My mother is a study in consistency and discipline. She took up jogging at around age 33, starting with two miles a few times a week, and she ran her first marathon in 1980. Since then, she has run 30-plus half-marathons and 10Ks. The medals hang in the wall of her sewing room. She has tripped and fallen over the tree roots that buckle her running path, only to return two days later, bandaged and scabbed because it’s her “running day.”

Along with her running, she has gone to the gym every other day for the past 20 years. And before that, she practiced tai chi twice a week for 15 years. She climbed to 19,000 feet in the Himalayas at age 49, and at 68, she cycled a 350-mile pilgrimage through Spain.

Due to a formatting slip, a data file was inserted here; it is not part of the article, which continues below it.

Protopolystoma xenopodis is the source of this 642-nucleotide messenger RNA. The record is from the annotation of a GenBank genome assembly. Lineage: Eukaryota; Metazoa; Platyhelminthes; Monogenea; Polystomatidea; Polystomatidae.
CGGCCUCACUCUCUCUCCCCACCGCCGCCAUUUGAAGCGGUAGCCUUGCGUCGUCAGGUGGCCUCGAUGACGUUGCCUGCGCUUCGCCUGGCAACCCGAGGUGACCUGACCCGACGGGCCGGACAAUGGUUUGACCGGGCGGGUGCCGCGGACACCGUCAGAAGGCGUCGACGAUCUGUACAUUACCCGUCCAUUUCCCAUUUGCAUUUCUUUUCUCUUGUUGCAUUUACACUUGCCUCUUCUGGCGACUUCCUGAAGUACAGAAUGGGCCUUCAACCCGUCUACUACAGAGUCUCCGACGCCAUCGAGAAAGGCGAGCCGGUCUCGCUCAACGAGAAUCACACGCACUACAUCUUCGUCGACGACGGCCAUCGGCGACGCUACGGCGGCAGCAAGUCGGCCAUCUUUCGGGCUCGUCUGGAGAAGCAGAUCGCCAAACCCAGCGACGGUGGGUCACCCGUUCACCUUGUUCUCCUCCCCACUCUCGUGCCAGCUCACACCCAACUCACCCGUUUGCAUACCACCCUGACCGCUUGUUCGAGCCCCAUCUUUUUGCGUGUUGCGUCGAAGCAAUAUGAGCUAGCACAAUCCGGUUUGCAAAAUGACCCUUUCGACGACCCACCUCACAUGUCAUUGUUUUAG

My mother is reliable and constant, sinewy and intense. And when I was 13, I had no idea how strong she was. I don’t remember how the fight started, only that I ran out of the house and into the darkness of an early winter evening. During that time I burned with rage all the time, but that night was the first time I’d slammed out of the house screaming. I don’t think my mom ever screamed back, but I do know for sure she was silent that night as she ran out after me. She grabbed me by both arms before I was halfway down the driveway. She’d never put her hands on me before, no matter how much I’d slammed doors or screamed or called her hideous names no mother should ever hear. I screeched with indignation, disturbing the suburban night air, and clawed at her. I tore at her, kicked, scratched, spit, and cursed myself hoarse. She kept hold of my arms with both hands. She dug her heels in, lowered her center of gravity, and held her grip as I struggled maniacally to tear myself away from her.